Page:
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Nine Bronze Tripods

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A bronze ding from the Shang Dynasty (11th c. BCE). Santa Barbara Museum of Art
  • Chinese/Japanese: 九鼎 (jiǔ dǐng / kyuu tei)

The Nine Bronze Tripods, or Nine Ding, are a legendary Chinese symbol of imperial legitimacy. The legend of their creation might also be interpreted as a legend of the invention/discovery of the production of bronze. As ritual objects allowing access to the ancestors, as objects made of precious materials (bronze being quite rare at that time) and representative of expensive and new technologies (again, the bronze, requiring command of considerable natural resources and manpower), and as representing tributary gifts from the provinces, the Nine Ding represented Imperial power, authority, and legitimacy in multiple ways.

The Nine Ding first appear in the Zuo Zhuan ("Chronicle of Zuo" or "Commentary of Zuo"), according to which, at some time during the Xia Dynasty (c. 2200-1750 BCE), each of the nine provinces produced a bronze vessel emblazoned with its representative animal spirits, and gave these to the center (the dynastic rulers). Corroborating with other sources, this is generally said to have occurred during the reign of Yu the Great, founder of the Xia Dynasty, or of his son & successor Qi. Though typically conceived as being literally nine vessels, scholars suggest there is also the possibility of the ancient texts using the number nine to simply mean a multitude; if such objects were not purely legendary and ever actually existed, it remains unclear whether there were indeed nine ding coming from nine provinces, or some larger number.

Today, scholars can interpret possession of these special gifts from each of the nine provinces, gifts which might be seen as a sort of tribute, as representing discursively the ruler's access to or control over the metals (and natural resources more broadly) of all the provinces, and to communications and trade with those provinces. The ancient documents describe their significance somewhat differently, writing that the construction of the vessels secured "a harmony ... between the high and the low, and all enjoyed the blessings of Heaven"[1]; in other words, the vessels embodied or enacted a similar function to the Emperor himself, as regulating the correct natural Order of all things. The vessels further served as an indication of the ruler's virtue and legitimacy, as they changed size and weight in accordance with the ruler's virtue - when rulers were virtuous, the vessels were small yet heavy, and when rulers were corrupt, they would become large but light. Inquiring as to the size or weight of the vessels was of course forbidden. The Zuo Zhuan goes on to relate that after the virtue of the rulers of Xia declined, the ding "were transferred"[2] to the rulers of the Shang Dynasty, and likewise as the virtue of the Shang declined, that the ding passed into the possession of the rulers of Zhou; as would become quite standard in later Chinese official histories, the last ruler of the dynasty is portrayed as corrupt or lacking in virtue, and the first ruler of the new dynasty as a great model of virtue, a righteous successor.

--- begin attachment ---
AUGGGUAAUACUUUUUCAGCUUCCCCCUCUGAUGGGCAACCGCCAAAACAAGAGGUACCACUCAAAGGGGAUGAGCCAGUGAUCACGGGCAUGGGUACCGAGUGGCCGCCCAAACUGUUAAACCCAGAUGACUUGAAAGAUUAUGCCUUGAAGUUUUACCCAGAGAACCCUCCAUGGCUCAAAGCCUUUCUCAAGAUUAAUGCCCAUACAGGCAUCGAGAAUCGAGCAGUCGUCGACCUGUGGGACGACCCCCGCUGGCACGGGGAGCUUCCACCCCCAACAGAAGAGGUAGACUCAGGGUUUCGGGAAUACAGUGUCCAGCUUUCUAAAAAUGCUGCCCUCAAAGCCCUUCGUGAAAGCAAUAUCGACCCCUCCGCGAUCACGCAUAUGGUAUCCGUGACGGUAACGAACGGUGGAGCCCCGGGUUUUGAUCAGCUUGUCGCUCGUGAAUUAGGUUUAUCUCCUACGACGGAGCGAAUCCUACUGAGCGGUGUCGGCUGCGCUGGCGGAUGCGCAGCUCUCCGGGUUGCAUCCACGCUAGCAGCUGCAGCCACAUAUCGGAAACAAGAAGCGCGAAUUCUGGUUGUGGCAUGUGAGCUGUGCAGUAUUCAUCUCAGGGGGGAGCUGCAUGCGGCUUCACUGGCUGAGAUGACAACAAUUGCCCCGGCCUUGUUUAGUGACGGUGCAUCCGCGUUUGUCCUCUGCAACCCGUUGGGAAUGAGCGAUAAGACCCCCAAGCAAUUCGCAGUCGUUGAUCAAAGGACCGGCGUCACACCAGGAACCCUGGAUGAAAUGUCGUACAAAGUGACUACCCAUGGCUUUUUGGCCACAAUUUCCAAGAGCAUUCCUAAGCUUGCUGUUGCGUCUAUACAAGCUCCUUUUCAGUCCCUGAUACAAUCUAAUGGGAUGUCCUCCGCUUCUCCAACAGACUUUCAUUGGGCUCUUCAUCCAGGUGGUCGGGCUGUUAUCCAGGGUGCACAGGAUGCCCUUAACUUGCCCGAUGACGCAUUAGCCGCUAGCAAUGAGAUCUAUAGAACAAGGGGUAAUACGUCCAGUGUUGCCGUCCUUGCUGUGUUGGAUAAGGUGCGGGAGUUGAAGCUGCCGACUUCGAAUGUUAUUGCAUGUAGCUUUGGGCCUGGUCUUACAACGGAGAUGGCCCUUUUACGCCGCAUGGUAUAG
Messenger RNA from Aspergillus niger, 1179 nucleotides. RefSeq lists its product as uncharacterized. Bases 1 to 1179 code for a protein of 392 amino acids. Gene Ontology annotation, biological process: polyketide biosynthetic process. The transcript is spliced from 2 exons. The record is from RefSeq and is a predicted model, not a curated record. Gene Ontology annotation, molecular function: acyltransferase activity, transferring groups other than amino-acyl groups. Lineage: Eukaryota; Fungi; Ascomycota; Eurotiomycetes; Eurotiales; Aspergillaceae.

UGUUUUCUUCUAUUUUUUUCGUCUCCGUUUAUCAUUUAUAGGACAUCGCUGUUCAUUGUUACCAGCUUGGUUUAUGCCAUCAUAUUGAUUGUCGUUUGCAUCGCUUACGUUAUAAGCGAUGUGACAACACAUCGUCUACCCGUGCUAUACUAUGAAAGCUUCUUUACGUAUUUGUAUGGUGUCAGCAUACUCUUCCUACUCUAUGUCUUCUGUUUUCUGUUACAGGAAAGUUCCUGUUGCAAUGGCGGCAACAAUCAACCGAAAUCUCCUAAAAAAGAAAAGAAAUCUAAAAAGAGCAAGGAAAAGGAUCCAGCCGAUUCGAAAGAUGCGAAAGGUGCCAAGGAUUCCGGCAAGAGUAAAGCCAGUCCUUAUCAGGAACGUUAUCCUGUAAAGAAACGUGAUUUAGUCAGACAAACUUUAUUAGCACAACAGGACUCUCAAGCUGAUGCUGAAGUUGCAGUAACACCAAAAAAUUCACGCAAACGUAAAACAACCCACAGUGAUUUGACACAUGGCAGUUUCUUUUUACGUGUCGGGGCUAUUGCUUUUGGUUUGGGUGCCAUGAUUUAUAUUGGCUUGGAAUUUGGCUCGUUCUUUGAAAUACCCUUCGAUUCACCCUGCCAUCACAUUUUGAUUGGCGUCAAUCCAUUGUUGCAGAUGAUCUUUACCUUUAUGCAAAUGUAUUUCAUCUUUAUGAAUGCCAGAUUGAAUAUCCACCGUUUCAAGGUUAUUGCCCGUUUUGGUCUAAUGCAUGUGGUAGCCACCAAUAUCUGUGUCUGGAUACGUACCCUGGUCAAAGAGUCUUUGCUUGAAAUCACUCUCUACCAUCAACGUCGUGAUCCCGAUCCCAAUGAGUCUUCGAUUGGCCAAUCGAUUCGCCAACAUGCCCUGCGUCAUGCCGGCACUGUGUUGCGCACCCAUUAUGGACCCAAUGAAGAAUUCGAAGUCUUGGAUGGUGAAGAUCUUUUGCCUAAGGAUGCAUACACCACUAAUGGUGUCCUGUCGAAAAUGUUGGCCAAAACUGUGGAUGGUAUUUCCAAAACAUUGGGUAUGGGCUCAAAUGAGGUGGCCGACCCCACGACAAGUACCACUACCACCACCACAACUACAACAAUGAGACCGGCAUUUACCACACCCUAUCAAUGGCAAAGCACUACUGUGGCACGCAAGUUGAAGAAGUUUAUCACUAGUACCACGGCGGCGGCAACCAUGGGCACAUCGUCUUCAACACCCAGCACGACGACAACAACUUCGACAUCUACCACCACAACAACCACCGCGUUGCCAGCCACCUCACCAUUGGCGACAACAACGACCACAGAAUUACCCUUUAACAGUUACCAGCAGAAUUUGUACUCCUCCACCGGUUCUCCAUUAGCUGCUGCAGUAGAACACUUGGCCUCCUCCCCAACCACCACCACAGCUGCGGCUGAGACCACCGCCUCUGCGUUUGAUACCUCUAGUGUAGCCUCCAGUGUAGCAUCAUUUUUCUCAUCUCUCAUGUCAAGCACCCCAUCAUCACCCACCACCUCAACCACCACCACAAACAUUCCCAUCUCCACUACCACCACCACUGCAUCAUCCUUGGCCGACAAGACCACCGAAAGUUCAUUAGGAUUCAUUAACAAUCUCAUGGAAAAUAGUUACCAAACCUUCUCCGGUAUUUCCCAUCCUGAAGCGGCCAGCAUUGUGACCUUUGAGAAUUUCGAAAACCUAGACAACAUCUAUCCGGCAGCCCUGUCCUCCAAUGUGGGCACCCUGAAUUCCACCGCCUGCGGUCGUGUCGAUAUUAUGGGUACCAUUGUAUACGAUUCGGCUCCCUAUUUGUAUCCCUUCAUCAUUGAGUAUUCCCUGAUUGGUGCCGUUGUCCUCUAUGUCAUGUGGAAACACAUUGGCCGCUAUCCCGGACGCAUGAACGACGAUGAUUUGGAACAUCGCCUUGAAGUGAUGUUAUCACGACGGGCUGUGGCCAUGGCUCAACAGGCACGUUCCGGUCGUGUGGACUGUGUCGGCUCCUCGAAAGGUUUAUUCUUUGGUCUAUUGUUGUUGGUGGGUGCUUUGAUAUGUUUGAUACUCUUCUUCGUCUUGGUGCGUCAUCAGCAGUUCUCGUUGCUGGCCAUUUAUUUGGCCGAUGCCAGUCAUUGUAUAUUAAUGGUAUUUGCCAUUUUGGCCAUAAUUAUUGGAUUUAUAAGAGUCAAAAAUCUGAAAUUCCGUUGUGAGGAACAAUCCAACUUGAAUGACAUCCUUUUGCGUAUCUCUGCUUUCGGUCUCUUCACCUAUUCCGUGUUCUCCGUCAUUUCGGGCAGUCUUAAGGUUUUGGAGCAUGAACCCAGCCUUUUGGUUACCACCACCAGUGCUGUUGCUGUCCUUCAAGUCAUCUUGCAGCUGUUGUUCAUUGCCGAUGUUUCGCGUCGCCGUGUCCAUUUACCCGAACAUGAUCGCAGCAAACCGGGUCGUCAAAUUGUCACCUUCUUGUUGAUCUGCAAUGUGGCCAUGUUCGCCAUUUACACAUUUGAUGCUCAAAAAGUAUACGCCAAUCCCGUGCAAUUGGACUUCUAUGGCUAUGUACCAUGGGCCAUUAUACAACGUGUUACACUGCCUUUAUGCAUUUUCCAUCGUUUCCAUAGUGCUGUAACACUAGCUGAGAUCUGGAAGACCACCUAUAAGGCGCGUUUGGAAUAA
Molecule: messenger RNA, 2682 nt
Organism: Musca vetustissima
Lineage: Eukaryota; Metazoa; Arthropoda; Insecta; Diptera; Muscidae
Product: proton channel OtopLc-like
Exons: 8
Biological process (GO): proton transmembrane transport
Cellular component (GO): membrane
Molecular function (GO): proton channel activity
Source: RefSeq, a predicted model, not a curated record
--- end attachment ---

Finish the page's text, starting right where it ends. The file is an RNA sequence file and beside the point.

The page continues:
The great philosopher Mozi (Mo Tzu, c. 468-376 BCE) elaborated on the powers of the Nine Ding, saying that they were able to move themselves, to hide themselves, and to cook things without fire; he also wrote that at the time of their casting, during the reign of Qi of Xia, oracles prophesied that they would be controlled by three empires (i.e. the Xia, Shang, and Zhou).

Beyond these particular Nine Ding, or perhaps in reference to and emulation of their legendary example, it was common up until the Imperial era (c. 250s BCE) for bronze ritual vessels to be produced by rulers as symbols of victory, power, and wealth. As one entry in the Zuo Zhuan indicates, "when the powerful have conquered the weak, they use their bounty to make ritual vessels and to cast inscriptions to record the deed, to show to their descendants, to publicize the bright and the virtuous..."[3] Though certainly symbols of wealth, these vessels, like the legendary Nine Ding, also represented, importantly, the ability to perform certain rites and to access the spirit world, or to communicate with Heaven. Without the proper types of ritual vessels, inscribed with the images of animal spirits (taotie), one could not perform the rites, and could not communicate with Heaven. In this, then, we see the beginnings of an association of the ruler as possessing unique spiritual powers or Heavenly access; in later periods, a complex discourse would emerge in which the Emperor of China was regarded as the Son of Heaven, the pivot point at which Heaven and Earth intersected, and around which all was organized and ordered. During this earlier period, alongside the ding as symbols of ritual/spiritual authority, axes and flags were prominent symbols of a ruler's secular and martial authority.

References

  • K.C. Chang, Art, Myth, and Ritual, Harvard University Press (1983), 95-101.
  1. Chang, 95.
  2. Chang, 96.
  3. Chang, 100.
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